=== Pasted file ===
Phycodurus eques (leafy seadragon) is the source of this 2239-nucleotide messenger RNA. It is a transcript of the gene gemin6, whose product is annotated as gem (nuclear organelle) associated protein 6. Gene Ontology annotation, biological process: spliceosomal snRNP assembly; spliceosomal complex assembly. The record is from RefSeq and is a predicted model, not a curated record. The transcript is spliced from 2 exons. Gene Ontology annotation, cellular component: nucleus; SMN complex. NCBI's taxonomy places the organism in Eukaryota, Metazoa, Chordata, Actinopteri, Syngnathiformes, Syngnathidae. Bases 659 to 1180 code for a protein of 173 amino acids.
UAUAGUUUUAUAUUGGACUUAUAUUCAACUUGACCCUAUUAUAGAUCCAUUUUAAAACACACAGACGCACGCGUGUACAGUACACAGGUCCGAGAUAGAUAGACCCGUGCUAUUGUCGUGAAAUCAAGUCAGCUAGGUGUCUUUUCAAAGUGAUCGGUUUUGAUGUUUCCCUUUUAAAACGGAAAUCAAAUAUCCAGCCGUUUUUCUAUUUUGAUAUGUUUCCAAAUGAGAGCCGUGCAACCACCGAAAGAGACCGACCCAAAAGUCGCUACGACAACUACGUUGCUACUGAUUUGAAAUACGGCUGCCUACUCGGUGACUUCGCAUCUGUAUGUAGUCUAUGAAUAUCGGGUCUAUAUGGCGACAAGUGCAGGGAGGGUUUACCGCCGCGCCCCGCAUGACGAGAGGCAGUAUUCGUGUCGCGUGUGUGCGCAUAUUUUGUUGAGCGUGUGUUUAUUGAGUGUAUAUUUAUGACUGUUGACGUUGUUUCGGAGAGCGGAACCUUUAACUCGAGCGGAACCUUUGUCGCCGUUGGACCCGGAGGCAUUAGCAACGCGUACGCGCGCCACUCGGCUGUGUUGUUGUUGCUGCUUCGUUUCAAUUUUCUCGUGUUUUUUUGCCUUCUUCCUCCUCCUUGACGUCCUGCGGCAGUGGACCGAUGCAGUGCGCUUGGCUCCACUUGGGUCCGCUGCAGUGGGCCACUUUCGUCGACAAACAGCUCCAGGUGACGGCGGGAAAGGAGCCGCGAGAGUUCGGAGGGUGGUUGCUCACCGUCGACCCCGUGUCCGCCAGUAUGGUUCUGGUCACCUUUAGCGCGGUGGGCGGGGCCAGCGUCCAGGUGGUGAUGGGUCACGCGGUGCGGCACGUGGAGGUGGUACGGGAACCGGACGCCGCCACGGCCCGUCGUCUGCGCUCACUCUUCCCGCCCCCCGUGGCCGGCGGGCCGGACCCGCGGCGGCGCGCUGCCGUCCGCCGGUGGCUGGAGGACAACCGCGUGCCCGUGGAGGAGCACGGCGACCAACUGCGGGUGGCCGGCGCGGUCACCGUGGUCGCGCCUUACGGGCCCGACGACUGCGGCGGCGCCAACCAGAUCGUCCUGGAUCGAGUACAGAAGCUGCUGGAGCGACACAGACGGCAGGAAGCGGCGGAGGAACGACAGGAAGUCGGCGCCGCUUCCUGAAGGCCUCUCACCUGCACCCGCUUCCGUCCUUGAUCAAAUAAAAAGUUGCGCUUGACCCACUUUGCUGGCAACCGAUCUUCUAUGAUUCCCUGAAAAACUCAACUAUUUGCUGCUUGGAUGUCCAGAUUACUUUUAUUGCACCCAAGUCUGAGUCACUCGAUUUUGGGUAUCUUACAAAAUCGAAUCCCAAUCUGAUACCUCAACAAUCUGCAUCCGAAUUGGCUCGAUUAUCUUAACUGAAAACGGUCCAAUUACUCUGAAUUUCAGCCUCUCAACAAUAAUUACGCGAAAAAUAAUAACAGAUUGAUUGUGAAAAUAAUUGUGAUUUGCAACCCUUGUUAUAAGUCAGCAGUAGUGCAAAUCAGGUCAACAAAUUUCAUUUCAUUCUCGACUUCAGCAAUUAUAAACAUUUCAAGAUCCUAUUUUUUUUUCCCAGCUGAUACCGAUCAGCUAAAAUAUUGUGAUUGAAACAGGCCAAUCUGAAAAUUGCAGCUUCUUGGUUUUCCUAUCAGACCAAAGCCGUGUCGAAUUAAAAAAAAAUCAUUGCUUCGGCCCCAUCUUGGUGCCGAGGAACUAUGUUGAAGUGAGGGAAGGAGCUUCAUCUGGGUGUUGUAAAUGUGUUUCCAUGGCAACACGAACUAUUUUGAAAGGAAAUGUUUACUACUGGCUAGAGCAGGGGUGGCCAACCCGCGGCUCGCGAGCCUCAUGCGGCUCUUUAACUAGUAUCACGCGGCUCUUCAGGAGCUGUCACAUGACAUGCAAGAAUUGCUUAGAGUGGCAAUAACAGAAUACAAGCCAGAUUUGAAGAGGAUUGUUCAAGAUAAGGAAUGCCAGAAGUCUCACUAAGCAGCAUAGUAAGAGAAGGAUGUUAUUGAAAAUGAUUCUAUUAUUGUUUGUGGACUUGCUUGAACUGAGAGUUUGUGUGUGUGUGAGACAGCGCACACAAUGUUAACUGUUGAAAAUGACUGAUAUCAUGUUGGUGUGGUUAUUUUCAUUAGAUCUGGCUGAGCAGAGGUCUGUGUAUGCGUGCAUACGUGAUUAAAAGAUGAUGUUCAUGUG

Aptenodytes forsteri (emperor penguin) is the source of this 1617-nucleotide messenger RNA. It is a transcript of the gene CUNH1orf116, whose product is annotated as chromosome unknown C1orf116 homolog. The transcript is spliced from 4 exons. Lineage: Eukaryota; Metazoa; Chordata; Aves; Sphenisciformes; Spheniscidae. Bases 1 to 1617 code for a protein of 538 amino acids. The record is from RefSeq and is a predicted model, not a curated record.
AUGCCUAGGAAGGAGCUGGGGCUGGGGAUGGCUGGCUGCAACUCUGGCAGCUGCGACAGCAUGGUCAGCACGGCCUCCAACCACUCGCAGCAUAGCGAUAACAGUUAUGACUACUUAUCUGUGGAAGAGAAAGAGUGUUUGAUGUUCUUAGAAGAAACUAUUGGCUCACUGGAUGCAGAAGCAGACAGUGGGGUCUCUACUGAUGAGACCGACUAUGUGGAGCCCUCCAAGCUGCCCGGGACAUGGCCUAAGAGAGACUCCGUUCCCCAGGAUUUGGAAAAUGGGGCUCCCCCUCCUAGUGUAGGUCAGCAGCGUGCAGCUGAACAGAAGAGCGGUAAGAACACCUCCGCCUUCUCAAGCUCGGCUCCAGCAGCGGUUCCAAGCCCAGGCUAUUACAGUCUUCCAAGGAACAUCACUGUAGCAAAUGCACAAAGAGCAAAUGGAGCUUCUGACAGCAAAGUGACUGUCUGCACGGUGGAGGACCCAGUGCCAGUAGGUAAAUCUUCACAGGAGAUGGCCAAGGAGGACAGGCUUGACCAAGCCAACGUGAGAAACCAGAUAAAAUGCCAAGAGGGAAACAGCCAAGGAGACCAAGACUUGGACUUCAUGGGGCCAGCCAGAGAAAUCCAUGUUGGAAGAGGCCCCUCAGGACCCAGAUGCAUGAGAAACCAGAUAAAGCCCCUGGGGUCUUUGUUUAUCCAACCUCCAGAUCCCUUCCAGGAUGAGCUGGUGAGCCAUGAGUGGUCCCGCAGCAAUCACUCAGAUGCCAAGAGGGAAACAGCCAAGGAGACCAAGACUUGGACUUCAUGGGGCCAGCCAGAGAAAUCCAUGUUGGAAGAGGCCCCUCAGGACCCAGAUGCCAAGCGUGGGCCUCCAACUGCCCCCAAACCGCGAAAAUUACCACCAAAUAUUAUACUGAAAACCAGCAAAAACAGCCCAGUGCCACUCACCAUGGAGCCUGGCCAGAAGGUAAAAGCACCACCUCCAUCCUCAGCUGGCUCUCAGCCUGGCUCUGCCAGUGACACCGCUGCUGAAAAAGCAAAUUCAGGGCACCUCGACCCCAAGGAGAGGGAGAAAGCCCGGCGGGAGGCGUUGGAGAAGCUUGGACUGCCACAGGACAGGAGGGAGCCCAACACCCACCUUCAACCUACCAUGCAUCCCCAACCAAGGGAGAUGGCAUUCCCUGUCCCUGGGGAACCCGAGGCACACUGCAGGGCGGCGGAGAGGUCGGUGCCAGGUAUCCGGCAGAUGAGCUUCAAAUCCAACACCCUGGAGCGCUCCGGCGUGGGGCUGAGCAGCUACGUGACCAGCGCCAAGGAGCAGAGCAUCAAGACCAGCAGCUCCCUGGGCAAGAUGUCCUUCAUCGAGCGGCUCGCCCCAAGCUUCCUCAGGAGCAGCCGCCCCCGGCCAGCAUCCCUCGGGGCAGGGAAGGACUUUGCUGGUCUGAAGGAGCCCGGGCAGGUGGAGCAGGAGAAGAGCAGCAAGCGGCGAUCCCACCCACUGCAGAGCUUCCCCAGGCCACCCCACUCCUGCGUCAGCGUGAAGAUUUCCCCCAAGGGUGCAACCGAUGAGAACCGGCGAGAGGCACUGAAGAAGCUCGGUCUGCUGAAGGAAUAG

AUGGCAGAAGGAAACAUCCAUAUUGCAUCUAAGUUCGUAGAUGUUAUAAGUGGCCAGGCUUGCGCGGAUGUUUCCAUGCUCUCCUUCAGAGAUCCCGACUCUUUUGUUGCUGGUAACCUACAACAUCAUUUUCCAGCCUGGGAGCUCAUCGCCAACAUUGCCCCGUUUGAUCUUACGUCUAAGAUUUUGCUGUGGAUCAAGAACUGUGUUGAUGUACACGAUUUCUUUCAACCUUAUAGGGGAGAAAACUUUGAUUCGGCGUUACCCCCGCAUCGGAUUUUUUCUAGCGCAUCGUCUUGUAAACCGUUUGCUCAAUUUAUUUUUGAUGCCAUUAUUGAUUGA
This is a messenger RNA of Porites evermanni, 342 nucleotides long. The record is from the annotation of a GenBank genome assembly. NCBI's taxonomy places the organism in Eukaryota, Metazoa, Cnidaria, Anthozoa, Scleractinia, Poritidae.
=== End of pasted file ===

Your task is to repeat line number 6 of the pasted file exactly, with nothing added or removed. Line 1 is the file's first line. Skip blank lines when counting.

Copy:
This is a messenger RNA of Porites evermanni, 342 nucleotides long. The record is from the annotation of a GenBank genome assembly. NCBI's taxonomy places the organism in Eukaryota, Metazoa, Cnidaria, Anthozoa, Scleractinia, Poritidae.